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You might think someone must be stupid to sign a contract without even reading it. Yet I see it happen all the time, when contracts are just too long and there's no time to read stuff you suppose you already know. Typical examples are contracts you "accept" online, like TOS's and privacy policies. Nobody reads that. And the funny thing is that the other party usually knows you haven't read it. Websites know that nobody reads their huge TOS's or privacy policies, and it has also been demonstrated (researches, polls, articles). And the salesman telling you "just sign here, it's the usual stuff", they know you haven't read it because they saw you sign it without reading it.

In the case of online contracts, you don't even have a copy of them, so the other party could change the terms and you wouldn't even have a way to know it. Stackexchange could tell me that I agreed to post at least a question per month, or my profile would be deleted. Well, did I agree to that? Maybe, who knows, I don't know what was really written in the TOS when I clicked, and now they might have changed the terms and there could be no trace of the old contract.

So are these contracts valid? What makes a contract valid and binding?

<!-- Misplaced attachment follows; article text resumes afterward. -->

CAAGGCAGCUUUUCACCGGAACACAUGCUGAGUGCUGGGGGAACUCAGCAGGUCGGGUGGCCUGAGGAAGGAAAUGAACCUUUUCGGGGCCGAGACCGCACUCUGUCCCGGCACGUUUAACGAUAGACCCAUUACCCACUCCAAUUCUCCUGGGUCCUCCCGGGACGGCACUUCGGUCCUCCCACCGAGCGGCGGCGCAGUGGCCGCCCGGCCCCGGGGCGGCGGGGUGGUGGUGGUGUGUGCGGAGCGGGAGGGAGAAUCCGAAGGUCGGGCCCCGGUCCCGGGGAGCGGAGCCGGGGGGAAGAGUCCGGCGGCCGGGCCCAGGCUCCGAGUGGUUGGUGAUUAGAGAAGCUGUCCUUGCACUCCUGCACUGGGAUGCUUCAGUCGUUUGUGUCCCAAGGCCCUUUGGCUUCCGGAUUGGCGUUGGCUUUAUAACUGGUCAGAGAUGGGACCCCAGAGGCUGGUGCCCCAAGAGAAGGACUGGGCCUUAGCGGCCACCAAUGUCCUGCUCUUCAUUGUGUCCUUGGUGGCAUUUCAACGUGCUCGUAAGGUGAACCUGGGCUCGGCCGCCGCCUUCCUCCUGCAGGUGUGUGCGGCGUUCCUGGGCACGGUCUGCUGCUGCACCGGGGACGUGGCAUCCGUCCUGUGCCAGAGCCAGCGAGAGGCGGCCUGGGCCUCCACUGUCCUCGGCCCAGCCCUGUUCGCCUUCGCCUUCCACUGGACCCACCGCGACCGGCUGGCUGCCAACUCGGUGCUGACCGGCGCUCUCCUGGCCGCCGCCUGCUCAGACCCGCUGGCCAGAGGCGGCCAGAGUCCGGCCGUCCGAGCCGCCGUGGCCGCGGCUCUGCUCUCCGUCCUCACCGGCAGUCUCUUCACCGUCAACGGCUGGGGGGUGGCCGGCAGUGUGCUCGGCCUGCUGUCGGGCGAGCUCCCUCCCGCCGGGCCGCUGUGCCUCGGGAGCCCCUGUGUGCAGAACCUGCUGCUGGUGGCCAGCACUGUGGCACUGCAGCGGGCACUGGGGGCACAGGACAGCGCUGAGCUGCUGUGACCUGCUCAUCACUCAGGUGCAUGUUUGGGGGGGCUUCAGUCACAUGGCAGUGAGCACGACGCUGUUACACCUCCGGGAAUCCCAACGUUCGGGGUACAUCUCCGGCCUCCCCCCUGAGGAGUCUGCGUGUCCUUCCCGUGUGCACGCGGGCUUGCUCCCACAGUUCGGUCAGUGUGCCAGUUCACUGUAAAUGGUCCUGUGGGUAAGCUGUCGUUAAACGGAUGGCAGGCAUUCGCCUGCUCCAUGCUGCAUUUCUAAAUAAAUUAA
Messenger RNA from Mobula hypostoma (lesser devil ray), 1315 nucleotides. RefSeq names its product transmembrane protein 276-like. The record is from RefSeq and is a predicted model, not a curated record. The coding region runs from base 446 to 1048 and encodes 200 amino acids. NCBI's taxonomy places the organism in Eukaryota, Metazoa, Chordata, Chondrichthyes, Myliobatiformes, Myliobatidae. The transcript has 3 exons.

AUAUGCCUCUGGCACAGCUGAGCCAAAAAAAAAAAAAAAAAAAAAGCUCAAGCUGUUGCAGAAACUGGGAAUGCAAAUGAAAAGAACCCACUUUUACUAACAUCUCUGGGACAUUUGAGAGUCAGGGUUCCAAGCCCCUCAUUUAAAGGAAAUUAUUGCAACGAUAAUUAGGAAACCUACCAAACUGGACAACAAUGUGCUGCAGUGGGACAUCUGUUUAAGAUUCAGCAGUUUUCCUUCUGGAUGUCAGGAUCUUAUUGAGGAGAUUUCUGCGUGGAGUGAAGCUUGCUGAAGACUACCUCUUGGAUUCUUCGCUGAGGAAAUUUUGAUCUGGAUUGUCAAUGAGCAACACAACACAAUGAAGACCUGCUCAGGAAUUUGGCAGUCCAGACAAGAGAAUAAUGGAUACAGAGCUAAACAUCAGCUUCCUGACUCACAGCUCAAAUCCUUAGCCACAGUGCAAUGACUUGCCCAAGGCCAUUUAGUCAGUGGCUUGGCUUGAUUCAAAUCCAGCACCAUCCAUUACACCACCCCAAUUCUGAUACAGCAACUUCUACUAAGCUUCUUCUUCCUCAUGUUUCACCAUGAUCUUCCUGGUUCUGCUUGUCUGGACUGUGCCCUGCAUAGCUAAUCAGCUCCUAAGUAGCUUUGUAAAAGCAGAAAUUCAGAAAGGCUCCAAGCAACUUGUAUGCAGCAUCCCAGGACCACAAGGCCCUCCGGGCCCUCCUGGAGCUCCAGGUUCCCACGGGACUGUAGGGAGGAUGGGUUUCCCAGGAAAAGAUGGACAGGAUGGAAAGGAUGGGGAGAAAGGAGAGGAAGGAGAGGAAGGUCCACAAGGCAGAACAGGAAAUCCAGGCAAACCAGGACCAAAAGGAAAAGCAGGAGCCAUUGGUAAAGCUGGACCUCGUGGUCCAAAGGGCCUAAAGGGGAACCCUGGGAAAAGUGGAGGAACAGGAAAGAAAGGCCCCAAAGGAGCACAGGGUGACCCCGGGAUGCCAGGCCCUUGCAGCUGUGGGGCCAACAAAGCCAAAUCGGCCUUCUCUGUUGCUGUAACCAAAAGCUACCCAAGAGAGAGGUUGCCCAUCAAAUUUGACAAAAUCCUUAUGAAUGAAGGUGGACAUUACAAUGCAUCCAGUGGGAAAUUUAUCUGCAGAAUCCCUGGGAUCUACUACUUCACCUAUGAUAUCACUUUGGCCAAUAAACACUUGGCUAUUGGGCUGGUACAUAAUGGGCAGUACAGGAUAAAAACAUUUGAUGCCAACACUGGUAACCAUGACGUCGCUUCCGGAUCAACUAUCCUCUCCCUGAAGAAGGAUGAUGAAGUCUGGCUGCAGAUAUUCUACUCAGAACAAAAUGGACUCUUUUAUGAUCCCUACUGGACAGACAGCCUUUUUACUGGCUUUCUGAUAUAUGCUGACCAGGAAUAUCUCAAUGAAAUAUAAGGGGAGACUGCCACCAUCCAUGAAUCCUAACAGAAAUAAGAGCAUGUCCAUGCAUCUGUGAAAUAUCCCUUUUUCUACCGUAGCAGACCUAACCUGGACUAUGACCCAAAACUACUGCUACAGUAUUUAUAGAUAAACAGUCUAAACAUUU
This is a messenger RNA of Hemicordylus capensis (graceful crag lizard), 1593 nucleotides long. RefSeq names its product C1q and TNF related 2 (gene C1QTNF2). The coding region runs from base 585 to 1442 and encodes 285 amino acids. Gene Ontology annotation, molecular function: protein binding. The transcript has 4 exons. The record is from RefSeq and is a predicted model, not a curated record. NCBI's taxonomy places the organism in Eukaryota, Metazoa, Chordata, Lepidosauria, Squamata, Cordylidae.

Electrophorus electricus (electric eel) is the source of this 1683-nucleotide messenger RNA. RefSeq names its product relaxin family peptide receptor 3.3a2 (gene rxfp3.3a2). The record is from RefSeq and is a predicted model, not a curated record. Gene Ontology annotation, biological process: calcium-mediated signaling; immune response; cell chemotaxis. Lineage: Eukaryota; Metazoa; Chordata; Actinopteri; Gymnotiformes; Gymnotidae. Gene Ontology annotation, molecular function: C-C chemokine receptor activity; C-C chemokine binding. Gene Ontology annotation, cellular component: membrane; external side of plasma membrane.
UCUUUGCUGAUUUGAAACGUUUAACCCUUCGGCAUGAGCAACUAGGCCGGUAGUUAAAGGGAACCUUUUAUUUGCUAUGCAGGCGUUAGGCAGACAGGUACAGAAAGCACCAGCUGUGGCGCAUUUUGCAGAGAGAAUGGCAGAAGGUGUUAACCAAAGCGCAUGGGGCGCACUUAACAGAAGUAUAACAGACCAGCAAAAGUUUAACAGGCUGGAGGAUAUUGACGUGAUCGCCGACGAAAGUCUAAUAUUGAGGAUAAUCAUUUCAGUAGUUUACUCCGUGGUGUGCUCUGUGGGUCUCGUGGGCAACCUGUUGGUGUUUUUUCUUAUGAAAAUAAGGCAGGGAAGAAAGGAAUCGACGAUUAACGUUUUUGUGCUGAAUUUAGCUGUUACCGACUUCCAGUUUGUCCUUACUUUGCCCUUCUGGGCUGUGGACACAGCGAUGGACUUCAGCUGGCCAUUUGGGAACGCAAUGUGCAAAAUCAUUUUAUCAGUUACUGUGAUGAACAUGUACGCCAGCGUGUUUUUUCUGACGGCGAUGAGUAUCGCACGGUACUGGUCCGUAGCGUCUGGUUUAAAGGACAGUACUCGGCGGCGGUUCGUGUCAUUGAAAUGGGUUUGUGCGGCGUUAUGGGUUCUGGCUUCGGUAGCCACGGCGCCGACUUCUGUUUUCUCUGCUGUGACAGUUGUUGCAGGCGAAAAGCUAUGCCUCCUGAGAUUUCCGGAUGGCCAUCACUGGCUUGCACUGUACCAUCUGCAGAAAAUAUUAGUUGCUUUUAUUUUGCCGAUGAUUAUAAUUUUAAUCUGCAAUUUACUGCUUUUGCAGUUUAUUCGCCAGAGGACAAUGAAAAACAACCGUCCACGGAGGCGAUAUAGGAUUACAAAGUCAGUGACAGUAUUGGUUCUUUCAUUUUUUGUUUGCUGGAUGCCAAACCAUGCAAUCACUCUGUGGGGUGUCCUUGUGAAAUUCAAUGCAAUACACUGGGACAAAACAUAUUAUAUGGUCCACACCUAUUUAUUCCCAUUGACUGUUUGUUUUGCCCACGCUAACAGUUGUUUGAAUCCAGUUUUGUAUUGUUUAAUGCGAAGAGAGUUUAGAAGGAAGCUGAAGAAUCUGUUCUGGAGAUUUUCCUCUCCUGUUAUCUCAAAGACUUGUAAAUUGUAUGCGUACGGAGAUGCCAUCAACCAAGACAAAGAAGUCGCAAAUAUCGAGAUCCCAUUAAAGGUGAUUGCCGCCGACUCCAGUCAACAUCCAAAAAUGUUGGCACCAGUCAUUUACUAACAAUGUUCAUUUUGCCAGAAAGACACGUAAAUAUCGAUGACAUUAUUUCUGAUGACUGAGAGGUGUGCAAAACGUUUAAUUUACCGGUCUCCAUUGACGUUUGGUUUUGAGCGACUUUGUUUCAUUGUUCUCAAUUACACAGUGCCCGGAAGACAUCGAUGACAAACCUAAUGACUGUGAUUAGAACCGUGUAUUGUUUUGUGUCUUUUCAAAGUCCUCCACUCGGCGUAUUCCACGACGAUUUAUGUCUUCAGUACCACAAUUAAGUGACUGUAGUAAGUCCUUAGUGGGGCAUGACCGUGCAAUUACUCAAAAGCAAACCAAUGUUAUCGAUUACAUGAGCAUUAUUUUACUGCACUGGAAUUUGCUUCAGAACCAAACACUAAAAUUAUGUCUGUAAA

If jurisdiction is important, I'm interested in the EU and the US.

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This applies to contract law in US and many (if not all) of EU jurisdictions.

Is a contract valid if one of the party doesn't even read it?

Yes. A meeting of the minds is presumed as long as the contract has been signed.

The party's deliberate choice not to read the clauses does not release him or her from the obligations acquired at the moment the contract was willfully signed. Although contract law typically refers to entering a contract knowingly, a more correct phrasing would be that the party knew or should have known the clauses when deciding to enter the contract.

In the case of online contracts, you don't even have a copy of them, so the other party could change the terms and you wouldn't even have a way to know it.

Technically one can "always" (?) save a copy of the online contract (by clicking on "Save As ...", printing the document, taking a screenshot, etc.). It is just doubtful that people take that precaution, as it seems unprecedented or very unusual for the draftsman to alter the contract retroactively and/or without proper (and timely) notice to the other party.

Assuming that no one else saved a copy of the contract, the situation you outline would require some sort of forensic analysis to ascertain whether the contract was improperly altered. That analysis might be complemented by scrutinizing the parties' conduct and the timing of the events at issue.

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    +1 for an excellent answer. From my (probably overly) technical computer science perspective, if you receive a contract on a computer, there are multiple copies of it (their server, intermediate network switches, your browser cache, etc.), and the technical issue is preserving a copy of it for later access and examination. – sharur Sep 18 '18 at 23:15